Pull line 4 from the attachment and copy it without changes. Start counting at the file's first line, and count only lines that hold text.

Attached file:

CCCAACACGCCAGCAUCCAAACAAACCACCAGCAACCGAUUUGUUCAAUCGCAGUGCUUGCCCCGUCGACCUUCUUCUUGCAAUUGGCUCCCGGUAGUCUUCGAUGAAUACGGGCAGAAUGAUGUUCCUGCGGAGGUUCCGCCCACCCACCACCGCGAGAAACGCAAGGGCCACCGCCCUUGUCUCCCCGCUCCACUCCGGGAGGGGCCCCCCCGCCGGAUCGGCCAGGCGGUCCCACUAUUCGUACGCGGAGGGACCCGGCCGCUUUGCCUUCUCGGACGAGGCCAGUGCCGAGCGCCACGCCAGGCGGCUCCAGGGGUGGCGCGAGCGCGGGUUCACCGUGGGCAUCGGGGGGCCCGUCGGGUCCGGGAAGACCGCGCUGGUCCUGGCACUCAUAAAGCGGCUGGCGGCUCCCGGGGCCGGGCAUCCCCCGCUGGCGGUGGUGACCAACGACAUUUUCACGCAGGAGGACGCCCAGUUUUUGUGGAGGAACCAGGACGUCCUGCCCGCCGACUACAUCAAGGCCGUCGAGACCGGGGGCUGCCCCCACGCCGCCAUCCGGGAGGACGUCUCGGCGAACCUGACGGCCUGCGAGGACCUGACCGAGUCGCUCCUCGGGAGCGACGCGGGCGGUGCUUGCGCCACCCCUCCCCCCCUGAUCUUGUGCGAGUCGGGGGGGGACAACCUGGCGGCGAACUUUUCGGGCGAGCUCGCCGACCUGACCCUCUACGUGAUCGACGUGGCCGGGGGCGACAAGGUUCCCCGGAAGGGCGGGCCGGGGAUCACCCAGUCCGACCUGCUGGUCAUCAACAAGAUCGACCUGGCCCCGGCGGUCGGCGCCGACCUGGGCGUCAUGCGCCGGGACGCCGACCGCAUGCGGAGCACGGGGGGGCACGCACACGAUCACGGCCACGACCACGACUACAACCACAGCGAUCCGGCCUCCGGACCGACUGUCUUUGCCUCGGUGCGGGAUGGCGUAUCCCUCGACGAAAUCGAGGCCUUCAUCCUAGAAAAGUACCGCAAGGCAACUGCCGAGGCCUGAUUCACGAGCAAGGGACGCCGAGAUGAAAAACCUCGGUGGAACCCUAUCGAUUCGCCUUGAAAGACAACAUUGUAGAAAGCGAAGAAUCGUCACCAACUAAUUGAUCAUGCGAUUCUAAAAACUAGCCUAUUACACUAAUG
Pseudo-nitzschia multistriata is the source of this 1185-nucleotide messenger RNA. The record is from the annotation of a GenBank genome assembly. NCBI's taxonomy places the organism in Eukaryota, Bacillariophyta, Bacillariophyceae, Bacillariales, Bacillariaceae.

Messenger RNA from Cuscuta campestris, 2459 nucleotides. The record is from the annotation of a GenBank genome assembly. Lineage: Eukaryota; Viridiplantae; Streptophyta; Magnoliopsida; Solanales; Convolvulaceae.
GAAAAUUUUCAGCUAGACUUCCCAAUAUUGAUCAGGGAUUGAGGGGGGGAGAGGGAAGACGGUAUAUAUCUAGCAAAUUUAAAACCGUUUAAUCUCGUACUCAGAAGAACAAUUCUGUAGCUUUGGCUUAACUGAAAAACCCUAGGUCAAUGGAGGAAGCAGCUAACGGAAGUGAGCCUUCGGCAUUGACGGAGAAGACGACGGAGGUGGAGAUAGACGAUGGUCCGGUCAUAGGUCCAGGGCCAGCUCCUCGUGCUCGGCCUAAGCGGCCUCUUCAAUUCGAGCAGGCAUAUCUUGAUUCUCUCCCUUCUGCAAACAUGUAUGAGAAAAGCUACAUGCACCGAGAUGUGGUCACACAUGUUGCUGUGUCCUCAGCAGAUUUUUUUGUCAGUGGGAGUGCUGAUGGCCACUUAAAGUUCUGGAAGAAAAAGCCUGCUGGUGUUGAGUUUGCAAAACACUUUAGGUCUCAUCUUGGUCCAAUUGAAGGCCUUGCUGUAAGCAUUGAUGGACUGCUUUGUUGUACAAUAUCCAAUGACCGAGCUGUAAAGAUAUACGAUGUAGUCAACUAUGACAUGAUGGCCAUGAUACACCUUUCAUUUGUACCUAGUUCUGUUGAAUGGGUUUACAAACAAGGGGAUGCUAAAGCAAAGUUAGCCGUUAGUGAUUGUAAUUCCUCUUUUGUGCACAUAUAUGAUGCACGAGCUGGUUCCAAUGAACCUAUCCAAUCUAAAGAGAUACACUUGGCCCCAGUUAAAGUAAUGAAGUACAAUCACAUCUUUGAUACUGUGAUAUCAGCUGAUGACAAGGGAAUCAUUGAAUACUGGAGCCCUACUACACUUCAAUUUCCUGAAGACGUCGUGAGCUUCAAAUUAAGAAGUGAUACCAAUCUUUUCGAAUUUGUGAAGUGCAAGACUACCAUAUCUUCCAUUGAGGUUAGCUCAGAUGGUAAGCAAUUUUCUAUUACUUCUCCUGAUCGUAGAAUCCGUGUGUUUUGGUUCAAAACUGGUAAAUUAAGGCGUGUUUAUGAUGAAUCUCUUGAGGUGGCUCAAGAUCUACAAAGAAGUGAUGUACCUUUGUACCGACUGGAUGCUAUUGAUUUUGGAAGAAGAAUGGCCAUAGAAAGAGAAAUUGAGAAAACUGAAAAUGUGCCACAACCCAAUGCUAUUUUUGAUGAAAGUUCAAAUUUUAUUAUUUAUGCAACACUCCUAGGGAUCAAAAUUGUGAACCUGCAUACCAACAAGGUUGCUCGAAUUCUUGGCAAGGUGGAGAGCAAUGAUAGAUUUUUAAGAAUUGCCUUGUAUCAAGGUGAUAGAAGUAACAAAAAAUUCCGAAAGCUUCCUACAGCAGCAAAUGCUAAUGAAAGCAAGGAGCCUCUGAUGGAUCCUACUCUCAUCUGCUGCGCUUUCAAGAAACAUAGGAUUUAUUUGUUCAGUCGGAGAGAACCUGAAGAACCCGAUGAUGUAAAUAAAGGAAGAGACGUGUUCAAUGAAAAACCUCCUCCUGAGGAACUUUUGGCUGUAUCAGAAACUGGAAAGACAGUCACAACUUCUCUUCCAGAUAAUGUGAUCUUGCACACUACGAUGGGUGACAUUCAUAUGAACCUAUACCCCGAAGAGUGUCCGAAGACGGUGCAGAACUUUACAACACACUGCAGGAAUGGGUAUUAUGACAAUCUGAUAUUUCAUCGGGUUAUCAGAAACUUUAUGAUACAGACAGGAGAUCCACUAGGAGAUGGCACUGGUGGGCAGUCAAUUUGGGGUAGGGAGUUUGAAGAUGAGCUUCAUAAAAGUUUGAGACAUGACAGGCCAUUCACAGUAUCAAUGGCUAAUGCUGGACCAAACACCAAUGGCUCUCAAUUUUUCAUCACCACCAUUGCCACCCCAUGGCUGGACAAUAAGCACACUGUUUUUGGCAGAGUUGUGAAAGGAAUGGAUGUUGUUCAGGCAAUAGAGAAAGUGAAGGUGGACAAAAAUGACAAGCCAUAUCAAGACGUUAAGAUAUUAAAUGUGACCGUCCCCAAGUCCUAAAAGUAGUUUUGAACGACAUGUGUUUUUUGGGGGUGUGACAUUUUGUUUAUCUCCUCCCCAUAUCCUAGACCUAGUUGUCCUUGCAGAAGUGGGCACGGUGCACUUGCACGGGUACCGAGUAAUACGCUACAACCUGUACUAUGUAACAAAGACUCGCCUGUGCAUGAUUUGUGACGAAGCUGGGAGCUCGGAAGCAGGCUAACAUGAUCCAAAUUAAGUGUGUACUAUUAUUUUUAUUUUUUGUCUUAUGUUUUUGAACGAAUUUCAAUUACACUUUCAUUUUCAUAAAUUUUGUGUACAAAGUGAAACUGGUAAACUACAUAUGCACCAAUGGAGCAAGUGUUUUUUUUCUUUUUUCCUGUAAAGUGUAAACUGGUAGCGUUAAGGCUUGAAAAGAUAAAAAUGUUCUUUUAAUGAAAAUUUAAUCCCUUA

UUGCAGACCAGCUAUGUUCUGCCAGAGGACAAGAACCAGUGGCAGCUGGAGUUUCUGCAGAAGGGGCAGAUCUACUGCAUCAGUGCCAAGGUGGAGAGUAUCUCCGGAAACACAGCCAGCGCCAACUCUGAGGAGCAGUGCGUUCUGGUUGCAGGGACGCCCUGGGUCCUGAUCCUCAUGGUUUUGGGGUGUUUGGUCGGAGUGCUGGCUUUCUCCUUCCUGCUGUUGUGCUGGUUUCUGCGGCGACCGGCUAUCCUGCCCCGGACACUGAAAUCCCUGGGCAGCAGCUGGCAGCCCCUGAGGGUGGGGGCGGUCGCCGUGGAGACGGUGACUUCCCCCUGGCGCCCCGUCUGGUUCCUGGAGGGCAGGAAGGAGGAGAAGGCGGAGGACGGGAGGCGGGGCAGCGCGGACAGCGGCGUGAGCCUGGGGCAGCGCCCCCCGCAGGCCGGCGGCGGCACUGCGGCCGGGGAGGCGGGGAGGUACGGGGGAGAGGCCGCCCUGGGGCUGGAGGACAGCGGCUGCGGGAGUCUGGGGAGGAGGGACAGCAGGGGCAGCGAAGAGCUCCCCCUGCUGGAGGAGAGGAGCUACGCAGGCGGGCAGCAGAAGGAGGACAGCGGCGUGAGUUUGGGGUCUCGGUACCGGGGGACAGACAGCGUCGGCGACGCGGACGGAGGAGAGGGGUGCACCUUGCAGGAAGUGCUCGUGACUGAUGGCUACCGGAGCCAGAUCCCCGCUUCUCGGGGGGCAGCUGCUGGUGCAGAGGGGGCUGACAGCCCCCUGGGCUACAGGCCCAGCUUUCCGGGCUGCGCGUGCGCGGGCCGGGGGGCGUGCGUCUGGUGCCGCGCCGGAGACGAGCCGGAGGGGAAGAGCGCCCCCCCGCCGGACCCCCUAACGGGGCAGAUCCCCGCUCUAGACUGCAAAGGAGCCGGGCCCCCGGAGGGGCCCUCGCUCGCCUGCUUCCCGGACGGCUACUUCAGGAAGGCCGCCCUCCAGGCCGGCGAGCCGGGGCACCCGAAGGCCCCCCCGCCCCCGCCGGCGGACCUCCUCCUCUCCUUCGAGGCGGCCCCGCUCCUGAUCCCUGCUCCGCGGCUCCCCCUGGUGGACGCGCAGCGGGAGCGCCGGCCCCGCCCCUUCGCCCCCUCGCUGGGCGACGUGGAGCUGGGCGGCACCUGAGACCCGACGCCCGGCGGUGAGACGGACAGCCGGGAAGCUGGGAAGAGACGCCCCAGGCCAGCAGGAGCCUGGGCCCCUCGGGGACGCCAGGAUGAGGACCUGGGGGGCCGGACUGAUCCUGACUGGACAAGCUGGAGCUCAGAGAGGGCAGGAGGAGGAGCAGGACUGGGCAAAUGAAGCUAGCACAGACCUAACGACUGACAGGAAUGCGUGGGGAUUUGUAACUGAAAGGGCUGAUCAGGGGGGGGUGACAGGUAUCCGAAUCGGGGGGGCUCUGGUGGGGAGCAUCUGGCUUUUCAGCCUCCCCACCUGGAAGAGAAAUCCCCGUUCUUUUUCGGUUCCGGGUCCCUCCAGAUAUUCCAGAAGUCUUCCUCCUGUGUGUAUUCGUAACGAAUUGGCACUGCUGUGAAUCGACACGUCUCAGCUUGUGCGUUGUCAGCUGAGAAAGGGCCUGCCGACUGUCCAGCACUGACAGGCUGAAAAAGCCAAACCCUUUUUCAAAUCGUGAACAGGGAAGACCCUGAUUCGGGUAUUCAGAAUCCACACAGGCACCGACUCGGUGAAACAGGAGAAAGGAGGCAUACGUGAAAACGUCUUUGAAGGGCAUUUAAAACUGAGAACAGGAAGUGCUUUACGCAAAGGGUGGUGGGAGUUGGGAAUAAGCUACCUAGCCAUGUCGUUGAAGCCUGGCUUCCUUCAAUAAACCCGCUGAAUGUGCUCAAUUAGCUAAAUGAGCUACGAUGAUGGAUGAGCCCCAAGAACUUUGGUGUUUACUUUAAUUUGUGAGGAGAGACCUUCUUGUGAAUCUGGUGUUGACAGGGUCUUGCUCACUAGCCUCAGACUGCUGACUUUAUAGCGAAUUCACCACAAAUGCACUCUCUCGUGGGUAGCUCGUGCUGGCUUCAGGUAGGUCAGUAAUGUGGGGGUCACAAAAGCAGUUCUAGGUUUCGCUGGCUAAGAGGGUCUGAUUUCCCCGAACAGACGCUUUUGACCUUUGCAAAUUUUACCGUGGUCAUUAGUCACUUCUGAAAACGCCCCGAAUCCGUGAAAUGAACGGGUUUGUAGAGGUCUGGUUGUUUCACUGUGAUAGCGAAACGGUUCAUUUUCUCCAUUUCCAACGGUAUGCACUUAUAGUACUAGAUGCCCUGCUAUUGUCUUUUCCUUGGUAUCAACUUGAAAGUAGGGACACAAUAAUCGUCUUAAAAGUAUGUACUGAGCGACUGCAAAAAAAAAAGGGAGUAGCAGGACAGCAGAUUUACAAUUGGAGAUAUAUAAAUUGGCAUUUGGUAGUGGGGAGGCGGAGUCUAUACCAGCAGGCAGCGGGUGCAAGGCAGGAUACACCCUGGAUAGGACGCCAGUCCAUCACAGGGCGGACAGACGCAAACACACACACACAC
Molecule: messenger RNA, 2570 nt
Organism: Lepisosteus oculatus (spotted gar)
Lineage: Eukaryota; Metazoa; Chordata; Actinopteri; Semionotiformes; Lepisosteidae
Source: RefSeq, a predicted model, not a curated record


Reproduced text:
GAAAAUUUUCAGCUAGACUUCCCAAUAUUGAUCAGGGAUUGAGGGGGGGAGAGGGAAGACGGUAUAUAUCUAGCAAAUUUAAAACCGUUUAAUCUCGUACUCAGAAGAACAAUUCUGUAGCUUUGGCUUAACUGAAAAACCCUAGGUCAAUGGAGGAAGCAGCUAACGGAAGUGAGCCUUCGGCAUUGACGGAGAAGACGACGGAGGUGGAGAUAGACGAUGGUCCGGUCAUAGGUCCAGGGCCAGCUCCUCGUGCUCGGCCUAAGCGGCCUCUUCAAUUCGAGCAGGCAUAUCUUGAUUCUCUCCCUUCUGCAAACAUGUAUGAGAAAAGCUACAUGCACCGAGAUGUGGUCACACAUGUUGCUGUGUCCUCAGCAGAUUUUUUUGUCAGUGGGAGUGCUGAUGGCCACUUAAAGUUCUGGAAGAAAAAGCCUGCUGGUGUUGAGUUUGCAAAACACUUUAGGUCUCAUCUUGGUCCAAUUGAAGGCCUUGCUGUAAGCAUUGAUGGACUGCUUUGUUGUACAAUAUCCAAUGACCGAGCUGUAAAGAUAUACGAUGUAGUCAACUAUGACAUGAUGGCCAUGAUACACCUUUCAUUUGUACCUAGUUCUGUUGAAUGGGUUUACAAACAAGGGGAUGCUAAAGCAAAGUUAGCCGUUAGUGAUUGUAAUUCCUCUUUUGUGCACAUAUAUGAUGCACGAGCUGGUUCCAAUGAACCUAUCCAAUCUAAAGAGAUACACUUGGCCCCAGUUAAAGUAAUGAAGUACAAUCACAUCUUUGAUACUGUGAUAUCAGCUGAUGACAAGGGAAUCAUUGAAUACUGGAGCCCUACUACACUUCAAUUUCCUGAAGACGUCGUGAGCUUCAAAUUAAGAAGUGAUACCAAUCUUUUCGAAUUUGUGAAGUGCAAGACUACCAUAUCUUCCAUUGAGGUUAGCUCAGAUGGUAAGCAAUUUUCUAUUACUUCUCCUGAUCGUAGAAUCCGUGUGUUUUGGUUCAAAACUGGUAAAUUAAGGCGUGUUUAUGAUGAAUCUCUUGAGGUGGCUCAAGAUCUACAAAGAAGUGAUGUACCUUUGUACCGACUGGAUGCUAUUGAUUUUGGAAGAAGAAUGGCCAUAGAAAGAGAAAUUGAGAAAACUGAAAAUGUGCCACAACCCAAUGCUAUUUUUGAUGAAAGUUCAAAUUUUAUUAUUUAUGCAACACUCCUAGGGAUCAAAAUUGUGAACCUGCAUACCAACAAGGUUGCUCGAAUUCUUGGCAAGGUGGAGAGCAAUGAUAGAUUUUUAAGAAUUGCCUUGUAUCAAGGUGAUAGAAGUAACAAAAAAUUCCGAAAGCUUCCUACAGCAGCAAAUGCUAAUGAAAGCAAGGAGCCUCUGAUGGAUCCUACUCUCAUCUGCUGCGCUUUCAAGAAACAUAGGAUUUAUUUGUUCAGUCGGAGAGAACCUGAAGAACCCGAUGAUGUAAAUAAAGGAAGAGACGUGUUCAAUGAAAAACCUCCUCCUGAGGAACUUUUGGCUGUAUCAGAAACUGGAAAGACAGUCACAACUUCUCUUCCAGAUAAUGUGAUCUUGCACACUACGAUGGGUGACAUUCAUAUGAACCUAUACCCCGAAGAGUGUCCGAAGACGGUGCAGAACUUUACAACACACUGCAGGAAUGGGUAUUAUGACAAUCUGAUAUUUCAUCGGGUUAUCAGAAACUUUAUGAUACAGACAGGAGAUCCACUAGGAGAUGGCACUGGUGGGCAGUCAAUUUGGGGUAGGGAGUUUGAAGAUGAGCUUCAUAAAAGUUUGAGACAUGACAGGCCAUUCACAGUAUCAAUGGCUAAUGCUGGACCAAACACCAAUGGCUCUCAAUUUUUCAUCACCACCAUUGCCACCCCAUGGCUGGACAAUAAGCACACUGUUUUUGGCAGAGUUGUGAAAGGAAUGGAUGUUGUUCAGGCAAUAGAGAAAGUGAAGGUGGACAAAAAUGACAAGCCAUAUCAAGACGUUAAGAUAUUAAAUGUGACCGUCCCCAAGUCCUAAAAGUAGUUUUGAACGACAUGUGUUUUUUGGGGGUGUGACAUUUUGUUUAUCUCCUCCCCAUAUCCUAGACCUAGUUGUCCUUGCAGAAGUGGGCACGGUGCACUUGCACGGGUACCGAGUAAUACGCUACAACCUGUACUAUGUAACAAAGACUCGCCUGUGCAUGAUUUGUGACGAAGCUGGGAGCUCGGAAGCAGGCUAACAUGAUCCAAAUUAAGUGUGUACUAUUAUUUUUAUUUUUUGUCUUAUGUUUUUGAACGAAUUUCAAUUACACUUUCAUUUUCAUAAAUUUUGUGUACAAAGUGAAACUGGUAAACUACAUAUGCACCAAUGGAGCAAGUGUUUUUUUUCUUUUUUCCUGUAAAGUGUAAACUGGUAGCGUUAAGGCUUGAAAAGAUAAAAAUGUUCUUUUAAUGAAAAUUUAAUCCCUUA